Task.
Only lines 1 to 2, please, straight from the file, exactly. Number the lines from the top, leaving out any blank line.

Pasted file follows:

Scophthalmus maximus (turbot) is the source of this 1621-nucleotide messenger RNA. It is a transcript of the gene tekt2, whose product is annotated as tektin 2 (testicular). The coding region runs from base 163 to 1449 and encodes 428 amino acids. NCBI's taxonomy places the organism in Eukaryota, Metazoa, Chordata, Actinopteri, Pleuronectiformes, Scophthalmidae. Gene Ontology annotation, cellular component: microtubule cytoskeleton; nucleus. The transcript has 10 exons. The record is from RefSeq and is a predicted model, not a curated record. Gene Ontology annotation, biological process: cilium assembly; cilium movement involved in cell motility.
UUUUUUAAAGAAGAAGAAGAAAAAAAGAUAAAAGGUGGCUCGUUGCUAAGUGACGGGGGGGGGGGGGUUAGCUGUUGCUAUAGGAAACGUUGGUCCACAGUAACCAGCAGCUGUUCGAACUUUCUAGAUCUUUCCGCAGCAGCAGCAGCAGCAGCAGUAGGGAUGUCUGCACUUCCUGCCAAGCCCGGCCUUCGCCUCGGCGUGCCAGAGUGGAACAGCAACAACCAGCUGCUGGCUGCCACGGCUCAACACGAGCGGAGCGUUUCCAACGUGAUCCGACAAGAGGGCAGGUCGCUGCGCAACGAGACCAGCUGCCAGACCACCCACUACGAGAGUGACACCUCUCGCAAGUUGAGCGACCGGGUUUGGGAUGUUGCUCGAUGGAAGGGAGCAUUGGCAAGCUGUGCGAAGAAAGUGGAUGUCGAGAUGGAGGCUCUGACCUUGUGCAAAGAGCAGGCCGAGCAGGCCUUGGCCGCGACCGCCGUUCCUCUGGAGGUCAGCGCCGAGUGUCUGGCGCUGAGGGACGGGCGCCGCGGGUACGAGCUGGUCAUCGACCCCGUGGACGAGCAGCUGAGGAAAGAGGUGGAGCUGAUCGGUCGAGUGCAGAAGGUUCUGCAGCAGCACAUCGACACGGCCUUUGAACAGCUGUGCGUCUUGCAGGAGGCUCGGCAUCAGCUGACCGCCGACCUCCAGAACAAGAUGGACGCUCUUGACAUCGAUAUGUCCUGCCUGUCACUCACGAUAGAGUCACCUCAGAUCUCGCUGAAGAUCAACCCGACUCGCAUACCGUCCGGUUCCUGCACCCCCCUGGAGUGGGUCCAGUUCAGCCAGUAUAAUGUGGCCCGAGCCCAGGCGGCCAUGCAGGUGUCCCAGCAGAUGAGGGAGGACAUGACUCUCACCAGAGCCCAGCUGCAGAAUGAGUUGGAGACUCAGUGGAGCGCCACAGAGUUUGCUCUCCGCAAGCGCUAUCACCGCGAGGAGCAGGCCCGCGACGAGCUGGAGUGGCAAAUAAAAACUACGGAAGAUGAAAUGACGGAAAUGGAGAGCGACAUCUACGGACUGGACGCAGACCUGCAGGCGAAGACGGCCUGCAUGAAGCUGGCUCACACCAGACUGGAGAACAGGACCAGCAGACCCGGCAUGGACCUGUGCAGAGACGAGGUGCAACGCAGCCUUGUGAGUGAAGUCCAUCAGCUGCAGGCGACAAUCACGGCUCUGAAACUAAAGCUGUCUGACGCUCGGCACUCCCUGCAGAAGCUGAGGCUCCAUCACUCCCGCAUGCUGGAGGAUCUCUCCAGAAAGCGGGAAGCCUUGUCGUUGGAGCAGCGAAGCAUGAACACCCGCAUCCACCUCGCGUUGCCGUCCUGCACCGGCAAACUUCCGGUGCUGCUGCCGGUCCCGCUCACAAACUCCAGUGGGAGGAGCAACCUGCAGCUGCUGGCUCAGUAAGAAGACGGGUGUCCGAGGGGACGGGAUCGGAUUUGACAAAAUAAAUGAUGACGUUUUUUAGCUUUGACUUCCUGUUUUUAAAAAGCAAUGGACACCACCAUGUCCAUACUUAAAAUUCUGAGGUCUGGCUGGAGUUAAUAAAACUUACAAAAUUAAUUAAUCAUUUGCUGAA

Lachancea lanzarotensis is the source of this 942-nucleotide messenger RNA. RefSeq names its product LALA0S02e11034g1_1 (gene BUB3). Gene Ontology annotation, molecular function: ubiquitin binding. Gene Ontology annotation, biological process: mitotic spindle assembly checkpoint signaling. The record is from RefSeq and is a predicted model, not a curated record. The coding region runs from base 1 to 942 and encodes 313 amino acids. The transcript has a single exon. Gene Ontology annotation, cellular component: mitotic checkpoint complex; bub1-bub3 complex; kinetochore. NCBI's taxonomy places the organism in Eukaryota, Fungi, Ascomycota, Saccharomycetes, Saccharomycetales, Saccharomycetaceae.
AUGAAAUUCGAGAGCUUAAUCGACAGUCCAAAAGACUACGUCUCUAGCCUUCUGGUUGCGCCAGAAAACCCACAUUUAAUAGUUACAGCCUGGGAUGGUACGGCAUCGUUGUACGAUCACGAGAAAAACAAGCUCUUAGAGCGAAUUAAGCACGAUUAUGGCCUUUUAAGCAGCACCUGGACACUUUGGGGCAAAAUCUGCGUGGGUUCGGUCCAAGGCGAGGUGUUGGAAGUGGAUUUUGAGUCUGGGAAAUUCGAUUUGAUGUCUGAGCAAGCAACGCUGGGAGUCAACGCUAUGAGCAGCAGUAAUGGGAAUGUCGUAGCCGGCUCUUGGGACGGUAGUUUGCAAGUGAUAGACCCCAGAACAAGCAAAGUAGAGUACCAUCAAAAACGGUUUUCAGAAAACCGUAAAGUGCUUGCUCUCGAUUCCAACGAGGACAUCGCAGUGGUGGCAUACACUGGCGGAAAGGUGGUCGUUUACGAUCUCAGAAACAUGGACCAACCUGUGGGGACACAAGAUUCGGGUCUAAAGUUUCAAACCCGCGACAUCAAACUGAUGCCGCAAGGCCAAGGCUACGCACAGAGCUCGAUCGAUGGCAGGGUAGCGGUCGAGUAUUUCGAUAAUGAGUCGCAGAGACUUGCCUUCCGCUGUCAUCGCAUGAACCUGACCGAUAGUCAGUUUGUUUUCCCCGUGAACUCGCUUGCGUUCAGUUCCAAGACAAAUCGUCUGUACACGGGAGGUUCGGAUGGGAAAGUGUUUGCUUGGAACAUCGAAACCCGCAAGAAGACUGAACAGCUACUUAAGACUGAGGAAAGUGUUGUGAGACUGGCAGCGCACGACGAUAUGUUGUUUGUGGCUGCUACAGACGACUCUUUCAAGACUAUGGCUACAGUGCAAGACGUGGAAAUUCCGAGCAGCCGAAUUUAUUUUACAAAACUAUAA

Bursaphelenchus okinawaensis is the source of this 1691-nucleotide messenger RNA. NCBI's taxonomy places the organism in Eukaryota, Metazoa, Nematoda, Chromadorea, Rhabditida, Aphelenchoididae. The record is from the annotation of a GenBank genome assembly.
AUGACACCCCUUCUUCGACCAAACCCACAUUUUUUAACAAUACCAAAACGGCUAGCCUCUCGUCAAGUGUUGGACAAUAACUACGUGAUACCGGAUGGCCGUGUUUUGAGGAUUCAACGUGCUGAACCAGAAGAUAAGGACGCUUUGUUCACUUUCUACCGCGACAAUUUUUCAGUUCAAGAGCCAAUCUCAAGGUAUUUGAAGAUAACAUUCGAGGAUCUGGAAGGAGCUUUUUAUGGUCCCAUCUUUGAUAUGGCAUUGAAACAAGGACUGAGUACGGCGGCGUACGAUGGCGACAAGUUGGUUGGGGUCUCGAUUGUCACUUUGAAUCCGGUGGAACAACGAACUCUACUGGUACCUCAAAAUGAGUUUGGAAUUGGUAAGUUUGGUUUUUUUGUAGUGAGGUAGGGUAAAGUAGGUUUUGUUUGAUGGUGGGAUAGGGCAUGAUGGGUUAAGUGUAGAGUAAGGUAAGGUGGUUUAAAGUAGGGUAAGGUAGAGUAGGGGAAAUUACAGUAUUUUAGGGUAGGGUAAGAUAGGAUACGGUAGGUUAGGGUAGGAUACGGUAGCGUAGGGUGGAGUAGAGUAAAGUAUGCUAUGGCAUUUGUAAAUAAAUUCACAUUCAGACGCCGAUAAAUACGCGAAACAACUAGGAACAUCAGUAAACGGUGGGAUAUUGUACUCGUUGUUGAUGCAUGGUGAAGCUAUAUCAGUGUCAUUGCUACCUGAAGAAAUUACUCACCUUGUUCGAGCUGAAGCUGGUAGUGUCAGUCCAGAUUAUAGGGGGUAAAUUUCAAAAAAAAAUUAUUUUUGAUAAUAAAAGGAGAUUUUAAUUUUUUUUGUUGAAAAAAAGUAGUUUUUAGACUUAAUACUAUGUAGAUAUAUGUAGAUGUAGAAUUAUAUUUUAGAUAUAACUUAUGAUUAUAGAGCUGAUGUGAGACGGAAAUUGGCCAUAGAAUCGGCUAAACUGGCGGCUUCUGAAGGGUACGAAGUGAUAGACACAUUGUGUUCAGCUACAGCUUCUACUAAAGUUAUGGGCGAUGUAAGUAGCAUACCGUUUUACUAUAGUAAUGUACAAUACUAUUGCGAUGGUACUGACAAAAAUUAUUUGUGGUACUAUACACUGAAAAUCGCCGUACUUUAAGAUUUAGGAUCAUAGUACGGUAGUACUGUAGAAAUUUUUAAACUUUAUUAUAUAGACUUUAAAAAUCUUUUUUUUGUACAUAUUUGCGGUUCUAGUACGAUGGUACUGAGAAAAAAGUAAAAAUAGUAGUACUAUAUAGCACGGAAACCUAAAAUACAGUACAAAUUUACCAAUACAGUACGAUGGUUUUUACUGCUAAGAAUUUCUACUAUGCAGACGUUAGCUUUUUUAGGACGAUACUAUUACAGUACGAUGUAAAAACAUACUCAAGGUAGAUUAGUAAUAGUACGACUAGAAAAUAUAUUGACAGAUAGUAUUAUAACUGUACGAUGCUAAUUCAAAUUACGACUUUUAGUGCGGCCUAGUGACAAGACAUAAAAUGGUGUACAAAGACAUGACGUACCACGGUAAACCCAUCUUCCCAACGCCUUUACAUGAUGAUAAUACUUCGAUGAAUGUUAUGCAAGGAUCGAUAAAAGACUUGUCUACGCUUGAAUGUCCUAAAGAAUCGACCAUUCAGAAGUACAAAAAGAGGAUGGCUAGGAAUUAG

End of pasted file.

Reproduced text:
Scophthalmus maximus (turbot) is the source of this 1621-nucleotide messenger RNA. It is a transcript of the gene tekt2, whose product is annotated as tektin 2 (testicular). The coding region runs from base 163 to 1449 and encodes 428 amino acids. NCBI's taxonomy places the organism in Eukaryota, Metazoa, Chordata, Actinopteri, Pleuronectiformes, Scophthalmidae. Gene Ontology annotation, cellular component: microtubule cytoskeleton; nucleus. The transcript has 10 exons. The record is from RefSeq and is a predicted model, not a curated record. Gene Ontology annotation, biological process: cilium assembly; cilium movement involved in cell motility.
UUUUUUAAAGAAGAAGAAGAAAAAAAGAUAAAAGGUGGCUCGUUGCUAAGUGACGGGGGGGGGGGGGUUAGCUGUUGCUAUAGGAAACGUUGGUCCACAGUAACCAGCAGCUGUUCGAACUUUCUAGAUCUUUCCGCAGCAGCAGCAGCAGCAGCAGUAGGGAUGUCUGCACUUCCUGCCAAGCCCGGCCUUCGCCUCGGCGUGCCAGAGUGGAACAGCAACAACCAGCUGCUGGCUGCCACGGCUCAACACGAGCGGAGCGUUUCCAACGUGAUCCGACAAGAGGGCAGGUCGCUGCGCAACGAGACCAGCUGCCAGACCACCCACUACGAGAGUGACACCUCUCGCAAGUUGAGCGACCGGGUUUGGGAUGUUGCUCGAUGGAAGGGAGCAUUGGCAAGCUGUGCGAAGAAAGUGGAUGUCGAGAUGGAGGCUCUGACCUUGUGCAAAGAGCAGGCCGAGCAGGCCUUGGCCGCGACCGCCGUUCCUCUGGAGGUCAGCGCCGAGUGUCUGGCGCUGAGGGACGGGCGCCGCGGGUACGAGCUGGUCAUCGACCCCGUGGACGAGCAGCUGAGGAAAGAGGUGGAGCUGAUCGGUCGAGUGCAGAAGGUUCUGCAGCAGCACAUCGACACGGCCUUUGAACAGCUGUGCGUCUUGCAGGAGGCUCGGCAUCAGCUGACCGCCGACCUCCAGAACAAGAUGGACGCUCUUGACAUCGAUAUGUCCUGCCUGUCACUCACGAUAGAGUCACCUCAGAUCUCGCUGAAGAUCAACCCGACUCGCAUACCGUCCGGUUCCUGCACCCCCCUGGAGUGGGUCCAGUUCAGCCAGUAUAAUGUGGCCCGAGCCCAGGCGGCCAUGCAGGUGUCCCAGCAGAUGAGGGAGGACAUGACUCUCACCAGAGCCCAGCUGCAGAAUGAGUUGGAGACUCAGUGGAGCGCCACAGAGUUUGCUCUCCGCAAGCGCUAUCACCGCGAGGAGCAGGCCCGCGACGAGCUGGAGUGGCAAAUAAAAACUACGGAAGAUGAAAUGACGGAAAUGGAGAGCGACAUCUACGGACUGGACGCAGACCUGCAGGCGAAGACGGCCUGCAUGAAGCUGGCUCACACCAGACUGGAGAACAGGACCAGCAGACCCGGCAUGGACCUGUGCAGAGACGAGGUGCAACGCAGCCUUGUGAGUGAAGUCCAUCAGCUGCAGGCGACAAUCACGGCUCUGAAACUAAAGCUGUCUGACGCUCGGCACUCCCUGCAGAAGCUGAGGCUCCAUCACUCCCGCAUGCUGGAGGAUCUCUCCAGAAAGCGGGAAGCCUUGUCGUUGGAGCAGCGAAGCAUGAACACCCGCAUCCACCUCGCGUUGCCGUCCUGCACCGGCAAACUUCCGGUGCUGCUGCCGGUCCCGCUCACAAACUCCAGUGGGAGGAGCAACCUGCAGCUGCUGGCUCAGUAAGAAGACGGGUGUCCGAGGGGACGGGAUCGGAUUUGACAAAAUAAAUGAUGACGUUUUUUAGCUUUGACUUCCUGUUUUUAAAAAGCAAUGGACACCACCAUGUCCAUACUUAAAAUUCUGAGGUCUGGCUGGAGUUAAUAAAACUUACAAAAUUAAUUAAUCAUUUGCUGAA